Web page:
3 Guys, 3 Days to Build a Better Obamacare Website

HealthSherpa simplifies finding Obamacare information. Photo: Getty Images.

Three twenty-something programmer dudes did something in three days that 55 U.S. government contractors couldn't do in more than 2 years: Build a workable healthcare.gov website.

HealthSherpa lets users quickly shop for health insurance plans by ZIP code, and calculates their federal tax subsidy eligibility. Unlike the federal and state exchange websites, the site does not force users to go through a lengthy sign up and application process to get their information. Instead, users can find what they need by clicking through a few clean, Google-like screens.

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Nig Liang said he created the site with his friends George Kalogeropoulos and Michael Wasser, working part time in about three days. Their goal, he said, was to make Obamacare benefits easily understandable to consumers. Beyond hosting fees, the site cost next to nothing to build and maintain.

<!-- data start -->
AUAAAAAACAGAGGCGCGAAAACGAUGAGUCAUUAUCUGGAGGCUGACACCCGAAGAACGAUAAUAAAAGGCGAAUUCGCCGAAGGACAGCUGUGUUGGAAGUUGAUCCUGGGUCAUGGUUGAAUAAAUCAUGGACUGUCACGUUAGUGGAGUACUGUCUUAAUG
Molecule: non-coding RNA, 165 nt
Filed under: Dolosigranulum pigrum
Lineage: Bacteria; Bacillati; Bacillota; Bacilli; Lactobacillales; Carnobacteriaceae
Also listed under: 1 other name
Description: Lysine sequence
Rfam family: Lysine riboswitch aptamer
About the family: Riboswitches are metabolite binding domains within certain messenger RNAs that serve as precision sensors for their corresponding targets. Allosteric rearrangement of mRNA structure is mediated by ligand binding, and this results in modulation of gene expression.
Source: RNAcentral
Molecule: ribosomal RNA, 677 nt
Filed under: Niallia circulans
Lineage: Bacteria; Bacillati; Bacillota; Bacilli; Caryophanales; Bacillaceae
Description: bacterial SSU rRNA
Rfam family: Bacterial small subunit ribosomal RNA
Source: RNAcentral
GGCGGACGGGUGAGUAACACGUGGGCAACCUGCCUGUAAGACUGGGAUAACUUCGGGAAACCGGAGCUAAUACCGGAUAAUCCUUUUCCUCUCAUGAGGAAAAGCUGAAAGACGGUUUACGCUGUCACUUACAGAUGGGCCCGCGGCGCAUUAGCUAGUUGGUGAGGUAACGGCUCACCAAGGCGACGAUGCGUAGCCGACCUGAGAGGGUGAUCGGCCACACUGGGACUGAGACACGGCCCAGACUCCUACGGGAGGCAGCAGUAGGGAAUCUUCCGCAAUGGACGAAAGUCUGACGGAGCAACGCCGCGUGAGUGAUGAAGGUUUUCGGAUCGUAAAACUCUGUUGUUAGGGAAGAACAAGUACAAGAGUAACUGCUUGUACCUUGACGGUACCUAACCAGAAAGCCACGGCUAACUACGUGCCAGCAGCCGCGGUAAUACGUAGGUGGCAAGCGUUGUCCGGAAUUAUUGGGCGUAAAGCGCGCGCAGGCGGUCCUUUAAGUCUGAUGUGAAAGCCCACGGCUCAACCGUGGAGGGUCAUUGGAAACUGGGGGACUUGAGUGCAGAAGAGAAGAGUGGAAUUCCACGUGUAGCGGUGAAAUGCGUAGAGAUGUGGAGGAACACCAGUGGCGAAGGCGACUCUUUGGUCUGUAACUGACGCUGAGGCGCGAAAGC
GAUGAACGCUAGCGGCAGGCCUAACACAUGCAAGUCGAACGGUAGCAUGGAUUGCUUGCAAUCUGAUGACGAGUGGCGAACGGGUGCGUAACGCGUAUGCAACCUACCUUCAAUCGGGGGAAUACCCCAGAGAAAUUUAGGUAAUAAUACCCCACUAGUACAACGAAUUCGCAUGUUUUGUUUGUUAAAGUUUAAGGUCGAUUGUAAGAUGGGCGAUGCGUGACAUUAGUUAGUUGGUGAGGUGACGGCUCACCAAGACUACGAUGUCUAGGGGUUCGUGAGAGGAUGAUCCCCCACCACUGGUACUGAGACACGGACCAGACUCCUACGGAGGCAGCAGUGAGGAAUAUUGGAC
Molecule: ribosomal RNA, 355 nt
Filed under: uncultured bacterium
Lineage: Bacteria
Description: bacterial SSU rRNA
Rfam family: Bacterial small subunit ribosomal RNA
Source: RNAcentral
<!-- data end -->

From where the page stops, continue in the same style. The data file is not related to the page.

Unlike everyone else though, Liang said the HealthSherpa team does not wish to disparage the government's efforts.

"They did the hard part like pulling all the data together and coordinating all the state exchanges," he explained. "All we did was put a better face on what they've already done."

Liang, who met Kalogeropoulos and Wasser through a community of programmers, also said that the government's project had a lot of competing aspects, which could explain why the user interface got the short shrift.

He admitted HealthSherpa isn't perfect either. It doesn't calculate things like co-pays, maximum out-of-pocket expenses or deductibles. But Liang said those should be added by the end of the week.

The site has its share of minor glitches too, like not returning any info for certain ZIP codes. Liang said the threesome is focusing on fixing the errors.

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"Every time someone sends us a comment we correct it as fast as we can," Liang said. "We're working around the clock to get things right."

So far, no one from healthcare.gov has reached out to ask the trio for advice. Liang said. But the site, which went up last week, has already racked up more than 1,500 mostly satisfied customers.